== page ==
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Index for my Toronto Budget 2004 project
Today's TTC Anniversary Speeches

I'm back from today's celebrations of the 50th Anniversary of the Yonge Subway line.

The fun part was riding in a special train, with anniversary decorations and historic advertising, as it followed the tracks of the inaugural train from 1954. We started at Davisville Station, headed up to Eglinton, and then all the way down to Union, non-stop. In the lead car were David Miller, Dalton McGuinty, and cabinet minister Joe Volpe. (We all thought Paul Martin was on the train, especially since there were so many police on all the station platforms and bridges above.)

When we got to Union Station we gathered in the Great Hall and heard speeches from each of these government representatives, as well as TTC Chair Howard Moscoe, and the heads of the Candian and American transit associations. The CBC's Andy Barrie was the moderator.

Most of the speakers used the ceremony to make a point about Toronto's transit system. This is a turning point, and it remains to be seen whether or not we will thank or curse these politicians in 2054, on the 100th annversary. Just to make sure, a time capsule was sealed that contained the city's official plan and the TTC's ridership growth strategy, as well as a shining segment of rail and a document signed by all the political representatives.

In the background to all this was an announcement of new funding for the TTC from all levels of government. This was essentially the announcement that was rumoured at the beginning of the month. Each level of government is putting in $70-million per year over five years. (And somehow the Toronto Star reported it with the headline "Martin drops $1B in TTC ticket box".)

This money is really a drop in the bucket compared to either historic provincial funding or what the TTC needs to maintain itself. Nevertheless, the city representatives and the transit advocates on stage were thankful... while reminding McGuinty and Volpe that they consider this merely a "downpayment". In front of a David Miller crowd, and after a speech by the Mayor, Dalton McGuinty had no choice but to agree.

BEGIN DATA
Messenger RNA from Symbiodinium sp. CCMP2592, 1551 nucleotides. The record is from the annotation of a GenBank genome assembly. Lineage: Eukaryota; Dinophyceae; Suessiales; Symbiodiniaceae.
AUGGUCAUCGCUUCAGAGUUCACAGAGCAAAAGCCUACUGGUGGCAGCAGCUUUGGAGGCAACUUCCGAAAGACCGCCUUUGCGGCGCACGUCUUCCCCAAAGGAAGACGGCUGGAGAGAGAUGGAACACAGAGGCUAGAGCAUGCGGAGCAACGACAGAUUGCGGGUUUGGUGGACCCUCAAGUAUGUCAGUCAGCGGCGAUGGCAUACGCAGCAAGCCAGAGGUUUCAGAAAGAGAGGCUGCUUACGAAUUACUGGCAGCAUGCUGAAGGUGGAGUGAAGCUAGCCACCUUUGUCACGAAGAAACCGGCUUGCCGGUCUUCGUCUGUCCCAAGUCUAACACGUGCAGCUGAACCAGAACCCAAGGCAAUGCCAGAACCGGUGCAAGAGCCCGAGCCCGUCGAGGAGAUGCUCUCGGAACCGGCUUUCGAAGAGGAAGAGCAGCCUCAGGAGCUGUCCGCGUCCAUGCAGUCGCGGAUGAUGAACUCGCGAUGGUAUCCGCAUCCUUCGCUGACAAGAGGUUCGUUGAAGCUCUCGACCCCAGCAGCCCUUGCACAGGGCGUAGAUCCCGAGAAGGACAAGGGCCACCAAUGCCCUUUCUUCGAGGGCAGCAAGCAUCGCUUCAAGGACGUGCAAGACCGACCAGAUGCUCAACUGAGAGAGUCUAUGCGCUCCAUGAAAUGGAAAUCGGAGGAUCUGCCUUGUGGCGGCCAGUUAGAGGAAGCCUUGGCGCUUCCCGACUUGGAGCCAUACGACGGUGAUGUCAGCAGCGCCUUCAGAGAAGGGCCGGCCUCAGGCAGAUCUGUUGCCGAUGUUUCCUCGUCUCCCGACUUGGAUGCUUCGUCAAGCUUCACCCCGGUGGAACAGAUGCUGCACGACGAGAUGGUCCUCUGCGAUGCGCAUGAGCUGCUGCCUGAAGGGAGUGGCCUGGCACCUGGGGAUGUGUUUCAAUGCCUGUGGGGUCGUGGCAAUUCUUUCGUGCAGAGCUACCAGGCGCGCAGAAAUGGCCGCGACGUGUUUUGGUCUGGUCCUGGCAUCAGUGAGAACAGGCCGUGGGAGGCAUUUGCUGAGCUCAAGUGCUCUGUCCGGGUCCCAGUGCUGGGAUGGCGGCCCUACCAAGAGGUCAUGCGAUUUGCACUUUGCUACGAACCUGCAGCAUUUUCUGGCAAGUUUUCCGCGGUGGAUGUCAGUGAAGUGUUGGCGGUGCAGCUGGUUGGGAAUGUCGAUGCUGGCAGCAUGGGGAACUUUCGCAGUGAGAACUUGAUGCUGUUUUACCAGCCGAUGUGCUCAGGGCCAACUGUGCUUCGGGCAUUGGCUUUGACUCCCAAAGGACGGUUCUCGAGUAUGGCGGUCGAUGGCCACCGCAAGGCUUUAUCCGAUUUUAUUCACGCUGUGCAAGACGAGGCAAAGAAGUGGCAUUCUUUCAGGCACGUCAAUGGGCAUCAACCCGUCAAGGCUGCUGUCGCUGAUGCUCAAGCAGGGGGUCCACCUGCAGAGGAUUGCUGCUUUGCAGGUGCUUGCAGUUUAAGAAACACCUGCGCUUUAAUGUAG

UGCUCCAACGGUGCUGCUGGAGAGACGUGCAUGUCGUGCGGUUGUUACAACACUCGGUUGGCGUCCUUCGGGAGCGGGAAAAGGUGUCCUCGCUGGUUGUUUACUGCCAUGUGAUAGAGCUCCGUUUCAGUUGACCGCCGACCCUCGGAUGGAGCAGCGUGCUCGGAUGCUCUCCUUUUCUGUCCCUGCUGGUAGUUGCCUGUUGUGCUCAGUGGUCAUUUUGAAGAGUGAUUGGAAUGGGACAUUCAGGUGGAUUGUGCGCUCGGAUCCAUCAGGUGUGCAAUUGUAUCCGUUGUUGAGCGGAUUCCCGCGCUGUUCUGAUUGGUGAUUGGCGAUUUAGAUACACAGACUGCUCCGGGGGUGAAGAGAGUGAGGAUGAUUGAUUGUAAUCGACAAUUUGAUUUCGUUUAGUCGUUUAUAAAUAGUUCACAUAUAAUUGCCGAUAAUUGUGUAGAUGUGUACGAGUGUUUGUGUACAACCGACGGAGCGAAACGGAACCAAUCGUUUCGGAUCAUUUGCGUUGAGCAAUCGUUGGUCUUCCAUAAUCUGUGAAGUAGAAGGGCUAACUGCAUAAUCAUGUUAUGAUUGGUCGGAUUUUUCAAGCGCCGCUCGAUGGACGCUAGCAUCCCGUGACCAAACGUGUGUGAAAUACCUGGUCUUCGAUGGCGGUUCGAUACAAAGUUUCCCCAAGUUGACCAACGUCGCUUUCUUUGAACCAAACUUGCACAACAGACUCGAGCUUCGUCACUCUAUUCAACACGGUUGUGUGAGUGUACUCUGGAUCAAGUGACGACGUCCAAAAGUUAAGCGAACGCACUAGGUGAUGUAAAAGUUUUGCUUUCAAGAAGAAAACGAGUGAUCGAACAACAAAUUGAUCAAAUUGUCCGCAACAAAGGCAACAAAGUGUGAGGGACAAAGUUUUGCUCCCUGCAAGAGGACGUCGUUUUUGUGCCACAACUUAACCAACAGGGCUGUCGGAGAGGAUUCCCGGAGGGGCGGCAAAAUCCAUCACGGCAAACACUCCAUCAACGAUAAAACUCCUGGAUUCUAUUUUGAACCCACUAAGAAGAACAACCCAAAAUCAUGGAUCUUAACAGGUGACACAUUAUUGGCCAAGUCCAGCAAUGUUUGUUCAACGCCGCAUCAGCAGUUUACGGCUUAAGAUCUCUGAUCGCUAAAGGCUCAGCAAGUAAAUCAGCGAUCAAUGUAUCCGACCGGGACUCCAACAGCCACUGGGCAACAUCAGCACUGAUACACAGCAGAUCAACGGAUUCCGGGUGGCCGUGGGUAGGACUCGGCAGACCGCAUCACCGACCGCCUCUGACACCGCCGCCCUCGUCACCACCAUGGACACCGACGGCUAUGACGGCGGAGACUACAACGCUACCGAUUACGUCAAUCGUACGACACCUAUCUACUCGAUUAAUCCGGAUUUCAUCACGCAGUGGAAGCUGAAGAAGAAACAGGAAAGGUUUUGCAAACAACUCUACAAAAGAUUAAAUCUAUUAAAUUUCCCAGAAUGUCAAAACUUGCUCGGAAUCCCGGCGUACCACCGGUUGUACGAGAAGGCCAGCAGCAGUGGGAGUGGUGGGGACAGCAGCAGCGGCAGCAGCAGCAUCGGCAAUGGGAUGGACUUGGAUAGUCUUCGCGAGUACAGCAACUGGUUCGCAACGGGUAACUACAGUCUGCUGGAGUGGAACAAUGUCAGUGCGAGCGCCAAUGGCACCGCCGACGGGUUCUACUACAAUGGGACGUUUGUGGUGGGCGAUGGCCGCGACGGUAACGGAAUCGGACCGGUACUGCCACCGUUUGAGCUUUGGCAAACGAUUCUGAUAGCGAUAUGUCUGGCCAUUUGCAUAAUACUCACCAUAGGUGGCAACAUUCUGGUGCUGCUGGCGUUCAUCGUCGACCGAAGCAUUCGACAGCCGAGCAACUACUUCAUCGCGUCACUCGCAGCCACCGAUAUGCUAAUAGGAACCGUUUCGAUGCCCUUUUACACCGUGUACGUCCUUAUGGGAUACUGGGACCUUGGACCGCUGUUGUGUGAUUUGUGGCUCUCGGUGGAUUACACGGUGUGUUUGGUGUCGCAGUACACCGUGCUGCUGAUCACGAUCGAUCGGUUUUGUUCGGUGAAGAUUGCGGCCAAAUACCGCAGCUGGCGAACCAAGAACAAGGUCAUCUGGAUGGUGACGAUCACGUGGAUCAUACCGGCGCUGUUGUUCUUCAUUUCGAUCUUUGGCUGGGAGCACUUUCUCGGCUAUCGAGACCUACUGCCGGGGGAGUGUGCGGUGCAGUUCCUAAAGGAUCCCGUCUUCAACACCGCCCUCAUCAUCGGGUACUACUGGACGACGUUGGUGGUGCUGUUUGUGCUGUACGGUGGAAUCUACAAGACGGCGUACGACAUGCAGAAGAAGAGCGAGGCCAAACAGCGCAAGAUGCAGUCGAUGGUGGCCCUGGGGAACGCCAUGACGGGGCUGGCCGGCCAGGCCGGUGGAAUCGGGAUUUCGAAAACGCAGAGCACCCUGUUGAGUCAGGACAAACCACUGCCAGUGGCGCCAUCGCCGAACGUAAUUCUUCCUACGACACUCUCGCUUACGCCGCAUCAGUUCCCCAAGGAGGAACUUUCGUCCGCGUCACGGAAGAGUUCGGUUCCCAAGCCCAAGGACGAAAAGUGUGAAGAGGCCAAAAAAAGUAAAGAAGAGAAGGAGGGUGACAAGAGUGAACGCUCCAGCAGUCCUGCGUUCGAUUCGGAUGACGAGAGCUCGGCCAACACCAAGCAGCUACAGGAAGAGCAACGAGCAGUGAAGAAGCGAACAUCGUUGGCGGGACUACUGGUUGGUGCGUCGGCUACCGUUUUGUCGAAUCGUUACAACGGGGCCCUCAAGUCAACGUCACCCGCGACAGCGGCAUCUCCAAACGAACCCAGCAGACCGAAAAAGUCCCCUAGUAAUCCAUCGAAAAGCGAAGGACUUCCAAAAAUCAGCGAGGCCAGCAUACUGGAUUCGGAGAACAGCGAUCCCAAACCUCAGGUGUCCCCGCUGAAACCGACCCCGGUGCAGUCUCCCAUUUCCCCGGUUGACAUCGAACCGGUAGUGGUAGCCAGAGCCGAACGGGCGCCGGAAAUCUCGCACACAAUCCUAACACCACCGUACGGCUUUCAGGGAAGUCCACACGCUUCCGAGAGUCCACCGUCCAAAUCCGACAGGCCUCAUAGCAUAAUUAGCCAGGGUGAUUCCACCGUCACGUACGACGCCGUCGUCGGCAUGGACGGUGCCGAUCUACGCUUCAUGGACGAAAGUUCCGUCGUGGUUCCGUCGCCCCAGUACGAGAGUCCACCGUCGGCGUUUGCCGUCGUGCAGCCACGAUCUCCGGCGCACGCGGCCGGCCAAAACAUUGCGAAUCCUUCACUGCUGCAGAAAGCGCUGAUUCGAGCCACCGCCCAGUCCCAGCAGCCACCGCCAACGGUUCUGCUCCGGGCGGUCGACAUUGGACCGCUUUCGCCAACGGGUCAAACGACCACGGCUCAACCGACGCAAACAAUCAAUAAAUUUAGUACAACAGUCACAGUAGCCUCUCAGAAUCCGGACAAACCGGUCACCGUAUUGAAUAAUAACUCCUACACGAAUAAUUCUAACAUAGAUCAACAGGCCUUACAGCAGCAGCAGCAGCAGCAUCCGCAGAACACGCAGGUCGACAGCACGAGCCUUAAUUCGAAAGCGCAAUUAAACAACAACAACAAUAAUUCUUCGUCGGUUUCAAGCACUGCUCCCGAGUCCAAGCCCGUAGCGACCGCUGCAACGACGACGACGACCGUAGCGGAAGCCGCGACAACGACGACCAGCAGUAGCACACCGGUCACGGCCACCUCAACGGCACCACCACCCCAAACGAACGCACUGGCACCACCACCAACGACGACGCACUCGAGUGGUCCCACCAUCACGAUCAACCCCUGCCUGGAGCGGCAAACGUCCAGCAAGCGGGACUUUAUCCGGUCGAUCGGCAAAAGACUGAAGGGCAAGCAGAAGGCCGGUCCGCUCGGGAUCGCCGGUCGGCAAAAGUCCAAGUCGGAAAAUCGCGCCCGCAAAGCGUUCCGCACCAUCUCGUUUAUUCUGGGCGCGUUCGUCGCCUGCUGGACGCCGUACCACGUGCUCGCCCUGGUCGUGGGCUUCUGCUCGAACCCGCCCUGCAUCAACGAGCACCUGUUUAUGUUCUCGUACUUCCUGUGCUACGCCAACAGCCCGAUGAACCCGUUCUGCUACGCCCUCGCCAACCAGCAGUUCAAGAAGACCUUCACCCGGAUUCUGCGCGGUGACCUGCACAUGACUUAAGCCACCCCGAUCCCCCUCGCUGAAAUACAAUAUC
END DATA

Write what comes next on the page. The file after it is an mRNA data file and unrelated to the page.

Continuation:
Federal representative Joe Volpe had the misfortune of speaking last. He was overshadowed by the better speakers that preceded him, and I was distracted by a musical band of U of T engineering students who were trying to sneak in and disrupt the ceremony. Still, I did hear enough of Volpe to hear him make a gaffe and to also hear him say, in a very noncommital way, "I have heard those lobbyists who say that this is just a downpayment."

Volpe's gaffe was when he was trying to make a point about how much he likes the TTC. Now that he is a cabinet minister the RCMP says he is not allowed to ride the subway with us "common folk". He seemed to be speaking more to a few other current and former ministers he could see from the stage than to us commoners who filled the room. Oh well.

Anyway, watching how David Miller and Dalton McGuinty interacted on stage, I am optimistic that there is more good news to come. First, because McGuinty said a lot of the right things and continued to make promises. But second, because Miller -- in his friendly, cooperative way -- gave all the signs of being the dominant player on that stage. He's the credible champion for Toronto that Mel Lastman never was, he's consistently on point, and he's showing Dalton that in the long run he can help make him a winner... or a loser.



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